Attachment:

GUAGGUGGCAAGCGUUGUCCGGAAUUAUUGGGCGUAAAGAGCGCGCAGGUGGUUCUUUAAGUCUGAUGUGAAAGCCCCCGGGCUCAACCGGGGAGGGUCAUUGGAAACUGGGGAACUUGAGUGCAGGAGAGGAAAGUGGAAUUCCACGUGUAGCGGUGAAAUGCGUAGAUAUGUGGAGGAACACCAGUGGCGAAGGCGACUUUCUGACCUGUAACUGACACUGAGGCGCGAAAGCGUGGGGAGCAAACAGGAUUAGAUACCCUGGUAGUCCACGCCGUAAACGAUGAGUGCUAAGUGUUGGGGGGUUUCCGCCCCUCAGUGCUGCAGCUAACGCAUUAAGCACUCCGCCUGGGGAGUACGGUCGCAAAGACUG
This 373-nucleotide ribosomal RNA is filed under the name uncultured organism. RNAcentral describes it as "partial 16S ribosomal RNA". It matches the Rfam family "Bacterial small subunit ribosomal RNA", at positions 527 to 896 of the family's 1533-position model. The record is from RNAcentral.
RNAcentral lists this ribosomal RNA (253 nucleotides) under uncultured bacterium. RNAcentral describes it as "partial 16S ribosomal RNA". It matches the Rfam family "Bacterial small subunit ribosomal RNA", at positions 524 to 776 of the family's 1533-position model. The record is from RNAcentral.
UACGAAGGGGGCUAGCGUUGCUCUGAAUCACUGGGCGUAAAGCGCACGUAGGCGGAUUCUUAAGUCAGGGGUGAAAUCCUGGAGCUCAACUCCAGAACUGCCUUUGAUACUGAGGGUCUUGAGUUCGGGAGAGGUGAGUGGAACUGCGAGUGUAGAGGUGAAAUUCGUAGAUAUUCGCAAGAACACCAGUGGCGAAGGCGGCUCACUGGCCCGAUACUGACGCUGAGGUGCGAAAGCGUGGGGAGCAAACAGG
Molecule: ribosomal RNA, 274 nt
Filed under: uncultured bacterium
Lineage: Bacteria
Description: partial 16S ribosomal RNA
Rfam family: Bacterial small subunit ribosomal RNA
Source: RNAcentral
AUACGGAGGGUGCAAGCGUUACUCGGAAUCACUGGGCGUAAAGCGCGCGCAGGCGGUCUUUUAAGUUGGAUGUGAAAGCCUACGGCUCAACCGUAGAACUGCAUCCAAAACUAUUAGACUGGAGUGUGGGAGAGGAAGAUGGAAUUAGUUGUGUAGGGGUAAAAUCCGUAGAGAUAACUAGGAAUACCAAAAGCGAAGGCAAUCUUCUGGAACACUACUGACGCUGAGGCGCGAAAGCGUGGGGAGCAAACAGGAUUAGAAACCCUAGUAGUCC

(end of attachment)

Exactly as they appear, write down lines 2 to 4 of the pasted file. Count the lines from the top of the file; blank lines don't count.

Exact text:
This 373-nucleotide ribosomal RNA is filed under the name uncultured organism. RNAcentral describes it as "partial 16S ribosomal RNA". It matches the Rfam family "Bacterial small subunit ribosomal RNA", at positions 527 to 896 of the family's 1533-position model. The record is from RNAcentral.
RNAcentral lists this ribosomal RNA (253 nucleotides) under uncultured bacterium. RNAcentral describes it as "partial 16S ribosomal RNA". It matches the Rfam family "Bacterial small subunit ribosomal RNA", at positions 524 to 776 of the family's 1533-position model. The record is from RNAcentral.
UACGAAGGGGGCUAGCGUUGCUCUGAAUCACUGGGCGUAAAGCGCACGUAGGCGGAUUCUUAAGUCAGGGGUGAAAUCCUGGAGCUCAACUCCAGAACUGCCUUUGAUACUGAGGGUCUUGAGUUCGGGAGAGGUGAGUGGAACUGCGAGUGUAGAGGUGAAAUUCGUAGAUAUUCGCAAGAACACCAGUGGCGAAGGCGGCUCACUGGCCCGAUACUGACGCUGAGGUGCGAAAGCGUGGGGAGCAAACAGG